There are many ways you can approach this process depending on your client, objectives, and campaign. But there are essential phases that any designer should never skip. Factors such as research, revisions, and the likes will secure your path to graphic design success. We mapped them out to help you impress any client with professionalism.
Here are the 7 steps most design projects will have to pass through to get from the initial client briefing to a successful project.
Step 1 – Study the Client Brief
Set goals and context from the brief – this intake sheet is the blueprint that leads you to the final design. Ask as many questions as you can now, to make sure you start off on the right path.
Make sure that your questions will yield answers that will enlighten you on the project’s key points. What message is the project trying to convey? What art styles and design approach would they like to see? Would they be open to using illustrations or photographs?
Don’t be afraid of asking because it’ll always be better than guessing. A thorough design brief acts as a reference point for both you and the client, making sure everybody is on the same page. Keep it close throughout the entire process.
Defining and managing their expectations will give you a better idea of how you can make your client’s vision come to life.
Step 2 – Research, Research, Research
Research as much as you can. This helps you understand the project as fully as you can. Initial research areas should always include the client’s company history and culture, the local (and possibly international) competitor landscape, and any industry-related trends. Doing this will keep you away from revising your draft because it looks too similar to your client’s competitor.
For the next step, you need to analyze your project’s target audience. You need to consider the age, gender, income, employment, location, and lifestyle of the people the client wants to reach. Knowing your audience is key to ensuring you communicate the right message in the best way possible.
Create more visually compelling projects by reading more about the importance of design research.
Step 3 – Brainstorm
You’ve researched your brief, the client, the industry, and the audience. Now it’s time to start putting it all together.
One way to generate ideas is to use structured mind maps with ideas linked to your central concept. Others prefer to make lists or write random ideas you get from time to time on scrap pieces of paper or on their phone. No matter what method you choose, there’s always a way to get those ideas flowing!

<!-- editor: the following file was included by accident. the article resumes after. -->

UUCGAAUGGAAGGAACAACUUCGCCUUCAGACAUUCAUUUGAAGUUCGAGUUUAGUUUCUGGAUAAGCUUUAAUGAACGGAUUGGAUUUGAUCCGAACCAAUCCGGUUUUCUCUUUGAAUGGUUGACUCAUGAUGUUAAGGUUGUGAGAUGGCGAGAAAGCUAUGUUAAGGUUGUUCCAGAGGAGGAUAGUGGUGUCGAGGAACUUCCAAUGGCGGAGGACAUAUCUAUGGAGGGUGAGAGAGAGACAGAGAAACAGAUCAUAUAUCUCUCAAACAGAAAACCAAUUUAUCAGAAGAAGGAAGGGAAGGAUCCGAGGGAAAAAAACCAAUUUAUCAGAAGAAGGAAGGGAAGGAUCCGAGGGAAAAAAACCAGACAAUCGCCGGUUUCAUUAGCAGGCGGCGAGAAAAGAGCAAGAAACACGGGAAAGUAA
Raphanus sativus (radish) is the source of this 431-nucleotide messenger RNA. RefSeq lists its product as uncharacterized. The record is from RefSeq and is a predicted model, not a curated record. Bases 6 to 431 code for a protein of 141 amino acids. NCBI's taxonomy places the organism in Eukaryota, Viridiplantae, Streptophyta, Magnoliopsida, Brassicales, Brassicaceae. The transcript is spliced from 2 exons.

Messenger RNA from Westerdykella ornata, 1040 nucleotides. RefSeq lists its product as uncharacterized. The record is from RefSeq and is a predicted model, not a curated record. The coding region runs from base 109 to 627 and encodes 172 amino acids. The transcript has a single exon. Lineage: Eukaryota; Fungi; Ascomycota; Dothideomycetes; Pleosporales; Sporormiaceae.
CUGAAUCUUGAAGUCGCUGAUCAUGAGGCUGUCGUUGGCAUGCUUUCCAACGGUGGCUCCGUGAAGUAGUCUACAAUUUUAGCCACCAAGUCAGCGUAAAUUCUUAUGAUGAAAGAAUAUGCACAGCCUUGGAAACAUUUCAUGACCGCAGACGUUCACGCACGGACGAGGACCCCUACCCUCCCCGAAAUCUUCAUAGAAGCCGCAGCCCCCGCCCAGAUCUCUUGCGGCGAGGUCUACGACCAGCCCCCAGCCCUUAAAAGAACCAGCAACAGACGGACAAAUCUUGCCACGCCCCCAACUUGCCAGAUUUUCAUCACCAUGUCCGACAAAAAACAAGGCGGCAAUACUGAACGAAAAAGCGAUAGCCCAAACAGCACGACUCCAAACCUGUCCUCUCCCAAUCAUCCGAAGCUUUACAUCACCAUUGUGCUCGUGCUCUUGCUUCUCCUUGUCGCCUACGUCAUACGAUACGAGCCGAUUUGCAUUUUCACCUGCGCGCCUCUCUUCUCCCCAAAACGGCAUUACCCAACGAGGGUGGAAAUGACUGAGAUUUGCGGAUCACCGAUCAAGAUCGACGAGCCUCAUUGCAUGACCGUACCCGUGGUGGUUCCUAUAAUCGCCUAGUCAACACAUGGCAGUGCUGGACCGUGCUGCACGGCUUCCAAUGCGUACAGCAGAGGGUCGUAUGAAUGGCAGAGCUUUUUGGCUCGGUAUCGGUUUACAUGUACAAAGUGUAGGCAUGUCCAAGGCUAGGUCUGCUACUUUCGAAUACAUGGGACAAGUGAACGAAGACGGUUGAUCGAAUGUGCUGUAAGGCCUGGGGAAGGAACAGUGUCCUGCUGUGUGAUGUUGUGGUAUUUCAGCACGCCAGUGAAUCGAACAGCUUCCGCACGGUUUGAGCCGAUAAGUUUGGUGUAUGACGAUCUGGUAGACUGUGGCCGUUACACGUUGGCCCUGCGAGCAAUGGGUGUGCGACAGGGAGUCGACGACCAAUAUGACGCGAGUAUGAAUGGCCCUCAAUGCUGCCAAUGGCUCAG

Make sure you keep a record of all your ideas and concepts. You will never know when something you initially discarded will come back as the perfect solution to all your troubles. Your current drafts may become a treasure in the future. This will help you create a bank of design ideas that will be really handy for your coming projects.
Step 4 – Sketch
Step 5 – Concept Development
Once you’ve sketched out your initial thoughts, it’s time to develop your favorite concepts a bit further. It is a good idea to develop 3-5 different concepts to give your client some choice. Although that number can fluctuate depending on the project’s needs.
Present these concepts to your client, explain the rationale behind each one, and why the design will work. This is where all your design research will come in handy!
Don’t think the concepts not chosen are wasted either. Giving your client options often allows you to combine their favorite elements from each one. Did they like the font you used for Option 1? Or the color scheme you created for Option 3? Pick up their preferences and use them in your work. It will give you valuable insight into your client, which will help you hit that final design out of the park.
Step 6 – Revisions
After the client chooses one concept, it is time to revise the design so it meets the goals and outlines.
The client may want you to mix and match from all concepts you have presented, or come up with something entirely new. From comments and suggestions, you can present another round of designs.
On average, one to three rounds of revisions take place before a client approves a design. If that sounds too much to you, don’t fear. Revisions are normal and essential for polishing your work. Even seasoned designers encounter them on a day to day basis. Besides, revisions get easier with each round.
Don’t be afraid to give your opinion on what looks best. After all, you’re the design expert, and clients often welcome the guidance. But remember to base your suggestions on research and refer frequently back to the client brief. It is important to strike a balance between delivering a design output your client wants and needs.
Step 7 – Completion
Way to go! Your client is loving it, apart from some minor tweaks here and there. Once these are completed there is only one last step…
Get approval. Send the final files – the project is complete! There is nothing more rewarding than turning around a completed graphic design gig to a satisfied client. So congratulate yourself on a job well done.
Pro tip: Get the most out of that jaw-dropping design you just accomplished.
Put it in your portfolio and give your future clients something to look forward to. However, talk to your clients first to know if they ever want to create a non-disclosure agreement or an NDA for the work you just did for them. Once it’s all good for them, embark on a more colorful freelancing journey and look for your next graphic design job.